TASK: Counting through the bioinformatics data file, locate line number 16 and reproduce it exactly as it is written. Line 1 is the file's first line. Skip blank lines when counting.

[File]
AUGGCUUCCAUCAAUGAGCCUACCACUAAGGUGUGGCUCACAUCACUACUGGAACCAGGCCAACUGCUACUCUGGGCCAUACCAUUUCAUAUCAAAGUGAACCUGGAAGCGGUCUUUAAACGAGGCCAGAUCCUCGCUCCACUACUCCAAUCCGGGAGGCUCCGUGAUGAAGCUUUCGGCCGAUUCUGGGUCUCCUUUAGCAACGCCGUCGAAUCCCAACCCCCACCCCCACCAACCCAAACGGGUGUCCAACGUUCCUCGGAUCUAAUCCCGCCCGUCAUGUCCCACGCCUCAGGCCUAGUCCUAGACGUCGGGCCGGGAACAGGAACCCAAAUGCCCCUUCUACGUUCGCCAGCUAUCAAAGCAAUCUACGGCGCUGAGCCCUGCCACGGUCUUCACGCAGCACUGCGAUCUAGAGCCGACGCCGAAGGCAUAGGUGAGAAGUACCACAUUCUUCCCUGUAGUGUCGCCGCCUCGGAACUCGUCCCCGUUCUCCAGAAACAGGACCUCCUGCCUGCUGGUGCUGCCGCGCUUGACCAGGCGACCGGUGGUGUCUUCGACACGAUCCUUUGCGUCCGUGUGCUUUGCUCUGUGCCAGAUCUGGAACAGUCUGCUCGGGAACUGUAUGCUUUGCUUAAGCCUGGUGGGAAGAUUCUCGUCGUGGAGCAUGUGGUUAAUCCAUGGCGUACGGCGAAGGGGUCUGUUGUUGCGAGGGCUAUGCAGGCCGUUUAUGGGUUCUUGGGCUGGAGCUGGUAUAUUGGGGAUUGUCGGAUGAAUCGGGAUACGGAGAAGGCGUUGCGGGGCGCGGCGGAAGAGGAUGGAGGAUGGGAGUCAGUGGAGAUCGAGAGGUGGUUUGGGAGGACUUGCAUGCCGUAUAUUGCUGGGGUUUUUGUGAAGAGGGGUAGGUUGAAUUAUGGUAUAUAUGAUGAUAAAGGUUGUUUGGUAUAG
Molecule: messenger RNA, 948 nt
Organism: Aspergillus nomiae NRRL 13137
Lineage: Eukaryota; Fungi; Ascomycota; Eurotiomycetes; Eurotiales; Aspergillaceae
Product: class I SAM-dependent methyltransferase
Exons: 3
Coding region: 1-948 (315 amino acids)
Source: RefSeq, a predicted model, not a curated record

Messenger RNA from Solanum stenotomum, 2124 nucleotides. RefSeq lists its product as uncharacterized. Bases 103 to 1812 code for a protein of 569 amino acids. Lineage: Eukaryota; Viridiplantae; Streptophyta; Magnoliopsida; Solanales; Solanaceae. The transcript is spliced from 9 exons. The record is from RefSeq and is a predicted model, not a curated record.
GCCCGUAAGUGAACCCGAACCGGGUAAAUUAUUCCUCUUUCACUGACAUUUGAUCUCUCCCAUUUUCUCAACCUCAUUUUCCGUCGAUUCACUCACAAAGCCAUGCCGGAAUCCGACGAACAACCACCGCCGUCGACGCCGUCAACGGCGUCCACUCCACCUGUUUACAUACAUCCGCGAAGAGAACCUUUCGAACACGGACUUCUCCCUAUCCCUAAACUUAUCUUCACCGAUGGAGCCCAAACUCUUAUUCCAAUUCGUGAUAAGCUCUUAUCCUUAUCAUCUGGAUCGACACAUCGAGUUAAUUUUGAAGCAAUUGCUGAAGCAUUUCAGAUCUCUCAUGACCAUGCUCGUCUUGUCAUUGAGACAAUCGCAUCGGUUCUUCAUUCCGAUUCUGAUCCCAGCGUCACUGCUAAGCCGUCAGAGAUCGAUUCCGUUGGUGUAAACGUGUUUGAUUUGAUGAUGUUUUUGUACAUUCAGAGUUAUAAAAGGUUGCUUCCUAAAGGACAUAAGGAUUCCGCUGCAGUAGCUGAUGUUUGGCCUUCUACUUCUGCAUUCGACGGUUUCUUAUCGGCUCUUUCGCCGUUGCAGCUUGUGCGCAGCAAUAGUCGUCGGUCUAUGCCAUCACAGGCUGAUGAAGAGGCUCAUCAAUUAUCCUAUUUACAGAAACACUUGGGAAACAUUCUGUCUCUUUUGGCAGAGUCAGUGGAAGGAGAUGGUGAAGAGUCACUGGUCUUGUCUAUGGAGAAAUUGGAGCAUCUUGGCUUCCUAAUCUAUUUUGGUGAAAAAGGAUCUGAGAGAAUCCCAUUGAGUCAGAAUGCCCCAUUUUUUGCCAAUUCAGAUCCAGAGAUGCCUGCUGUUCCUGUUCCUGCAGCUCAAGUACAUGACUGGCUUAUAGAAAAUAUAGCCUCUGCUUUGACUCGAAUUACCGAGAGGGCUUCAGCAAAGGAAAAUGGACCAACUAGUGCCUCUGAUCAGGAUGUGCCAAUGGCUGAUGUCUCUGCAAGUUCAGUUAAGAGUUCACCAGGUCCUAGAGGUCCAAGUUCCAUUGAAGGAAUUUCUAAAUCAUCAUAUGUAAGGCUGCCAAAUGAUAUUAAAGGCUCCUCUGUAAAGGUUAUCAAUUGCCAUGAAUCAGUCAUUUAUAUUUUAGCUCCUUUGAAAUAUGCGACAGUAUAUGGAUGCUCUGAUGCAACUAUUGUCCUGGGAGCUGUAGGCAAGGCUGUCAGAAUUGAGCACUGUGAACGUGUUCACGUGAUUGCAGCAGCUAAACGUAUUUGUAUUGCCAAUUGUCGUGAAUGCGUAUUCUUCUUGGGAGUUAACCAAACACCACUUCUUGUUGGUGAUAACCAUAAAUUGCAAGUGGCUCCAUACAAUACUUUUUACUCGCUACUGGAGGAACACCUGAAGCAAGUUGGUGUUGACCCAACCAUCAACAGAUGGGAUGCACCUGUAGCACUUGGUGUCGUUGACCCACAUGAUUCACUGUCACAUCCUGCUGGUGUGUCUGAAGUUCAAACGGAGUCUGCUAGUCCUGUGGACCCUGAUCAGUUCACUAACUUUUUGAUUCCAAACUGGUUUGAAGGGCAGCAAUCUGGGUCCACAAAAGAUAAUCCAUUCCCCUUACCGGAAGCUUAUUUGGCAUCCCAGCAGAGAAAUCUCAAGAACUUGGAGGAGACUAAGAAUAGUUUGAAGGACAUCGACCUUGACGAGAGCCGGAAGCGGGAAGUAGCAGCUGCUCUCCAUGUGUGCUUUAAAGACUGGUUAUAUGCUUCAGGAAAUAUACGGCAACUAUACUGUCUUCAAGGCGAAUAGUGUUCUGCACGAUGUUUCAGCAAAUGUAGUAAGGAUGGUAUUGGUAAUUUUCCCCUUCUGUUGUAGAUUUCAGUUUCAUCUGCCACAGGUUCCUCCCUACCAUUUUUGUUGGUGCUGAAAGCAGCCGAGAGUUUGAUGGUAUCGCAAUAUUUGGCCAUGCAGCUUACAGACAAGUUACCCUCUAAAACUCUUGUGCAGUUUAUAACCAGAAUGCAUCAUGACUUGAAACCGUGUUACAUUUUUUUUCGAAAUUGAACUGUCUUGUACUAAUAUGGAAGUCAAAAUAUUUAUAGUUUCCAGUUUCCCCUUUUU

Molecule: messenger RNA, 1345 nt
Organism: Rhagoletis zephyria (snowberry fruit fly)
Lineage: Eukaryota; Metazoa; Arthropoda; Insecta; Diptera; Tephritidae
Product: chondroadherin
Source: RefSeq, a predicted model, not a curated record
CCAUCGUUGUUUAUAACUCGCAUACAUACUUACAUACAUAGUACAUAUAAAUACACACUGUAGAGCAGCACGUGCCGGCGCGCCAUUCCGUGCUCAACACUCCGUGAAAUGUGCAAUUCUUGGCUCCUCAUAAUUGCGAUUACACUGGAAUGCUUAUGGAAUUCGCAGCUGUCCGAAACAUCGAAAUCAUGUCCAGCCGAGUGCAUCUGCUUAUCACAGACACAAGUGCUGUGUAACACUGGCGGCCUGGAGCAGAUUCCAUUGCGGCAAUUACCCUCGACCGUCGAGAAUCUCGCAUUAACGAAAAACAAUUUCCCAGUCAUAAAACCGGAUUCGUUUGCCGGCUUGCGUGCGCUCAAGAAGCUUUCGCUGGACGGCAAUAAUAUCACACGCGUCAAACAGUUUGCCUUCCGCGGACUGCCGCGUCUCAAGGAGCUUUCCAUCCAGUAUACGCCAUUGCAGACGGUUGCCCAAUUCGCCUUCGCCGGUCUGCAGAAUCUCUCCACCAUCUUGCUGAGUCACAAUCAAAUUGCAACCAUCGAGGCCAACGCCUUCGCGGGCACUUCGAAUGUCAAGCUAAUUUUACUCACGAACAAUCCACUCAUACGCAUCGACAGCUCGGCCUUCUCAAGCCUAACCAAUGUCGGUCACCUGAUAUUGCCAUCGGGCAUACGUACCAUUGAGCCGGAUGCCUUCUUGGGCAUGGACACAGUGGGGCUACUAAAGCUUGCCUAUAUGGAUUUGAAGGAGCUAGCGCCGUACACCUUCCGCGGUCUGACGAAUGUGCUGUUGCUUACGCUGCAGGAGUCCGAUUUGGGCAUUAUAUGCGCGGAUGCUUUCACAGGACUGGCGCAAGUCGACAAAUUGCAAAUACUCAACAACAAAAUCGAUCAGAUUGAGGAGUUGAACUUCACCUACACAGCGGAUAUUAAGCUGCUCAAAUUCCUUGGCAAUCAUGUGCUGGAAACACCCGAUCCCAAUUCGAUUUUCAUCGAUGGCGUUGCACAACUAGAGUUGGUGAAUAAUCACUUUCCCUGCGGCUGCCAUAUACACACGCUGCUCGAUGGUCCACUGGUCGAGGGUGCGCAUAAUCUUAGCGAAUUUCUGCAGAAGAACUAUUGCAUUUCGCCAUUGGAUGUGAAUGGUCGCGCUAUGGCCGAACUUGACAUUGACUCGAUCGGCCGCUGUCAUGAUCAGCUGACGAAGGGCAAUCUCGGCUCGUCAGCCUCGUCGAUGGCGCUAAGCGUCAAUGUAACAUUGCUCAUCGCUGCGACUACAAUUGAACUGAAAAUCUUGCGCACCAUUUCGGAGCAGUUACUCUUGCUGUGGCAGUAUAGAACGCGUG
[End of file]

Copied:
CCAUCGUUGUUUAUAACUCGCAUACAUACUUACAUACAUAGUACAUAUAAAUACACACUGUAGAGCAGCACGUGCCGGCGCGCCAUUCCGUGCUCAACACUCCGUGAAAUGUGCAAUUCUUGGCUCCUCAUAAUUGCGAUUACACUGGAAUGCUUAUGGAAUUCGCAGCUGUCCGAAACAUCGAAAUCAUGUCCAGCCGAGUGCAUCUGCUUAUCACAGACACAAGUGCUGUGUAACACUGGCGGCCUGGAGCAGAUUCCAUUGCGGCAAUUACCCUCGACCGUCGAGAAUCUCGCAUUAACGAAAAACAAUUUCCCAGUCAUAAAACCGGAUUCGUUUGCCGGCUUGCGUGCGCUCAAGAAGCUUUCGCUGGACGGCAAUAAUAUCACACGCGUCAAACAGUUUGCCUUCCGCGGACUGCCGCGUCUCAAGGAGCUUUCCAUCCAGUAUACGCCAUUGCAGACGGUUGCCCAAUUCGCCUUCGCCGGUCUGCAGAAUCUCUCCACCAUCUUGCUGAGUCACAAUCAAAUUGCAACCAUCGAGGCCAACGCCUUCGCGGGCACUUCGAAUGUCAAGCUAAUUUUACUCACGAACAAUCCACUCAUACGCAUCGACAGCUCGGCCUUCUCAAGCCUAACCAAUGUCGGUCACCUGAUAUUGCCAUCGGGCAUACGUACCAUUGAGCCGGAUGCCUUCUUGGGCAUGGACACAGUGGGGCUACUAAAGCUUGCCUAUAUGGAUUUGAAGGAGCUAGCGCCGUACACCUUCCGCGGUCUGACGAAUGUGCUGUUGCUUACGCUGCAGGAGUCCGAUUUGGGCAUUAUAUGCGCGGAUGCUUUCACAGGACUGGCGCAAGUCGACAAAUUGCAAAUACUCAACAACAAAAUCGAUCAGAUUGAGGAGUUGAACUUCACCUACACAGCGGAUAUUAAGCUGCUCAAAUUCCUUGGCAAUCAUGUGCUGGAAACACCCGAUCCCAAUUCGAUUUUCAUCGAUGGCGUUGCACAACUAGAGUUGGUGAAUAAUCACUUUCCCUGCGGCUGCCAUAUACACACGCUGCUCGAUGGUCCACUGGUCGAGGGUGCGCAUAAUCUUAGCGAAUUUCUGCAGAAGAACUAUUGCAUUUCGCCAUUGGAUGUGAAUGGUCGCGCUAUGGCCGAACUUGACAUUGACUCGAUCGGCCGCUGUCAUGAUCAGCUGACGAAGGGCAAUCUCGGCUCGUCAGCCUCGUCGAUGGCGCUAAGCGUCAAUGUAACAUUGCUCAUCGCUGCGACUACAAUUGAACUGAAAAUCUUGCGCACCAUUUCGGAGCAGUUACUCUUGCUGUGGCAGUAUAGAACGCGUG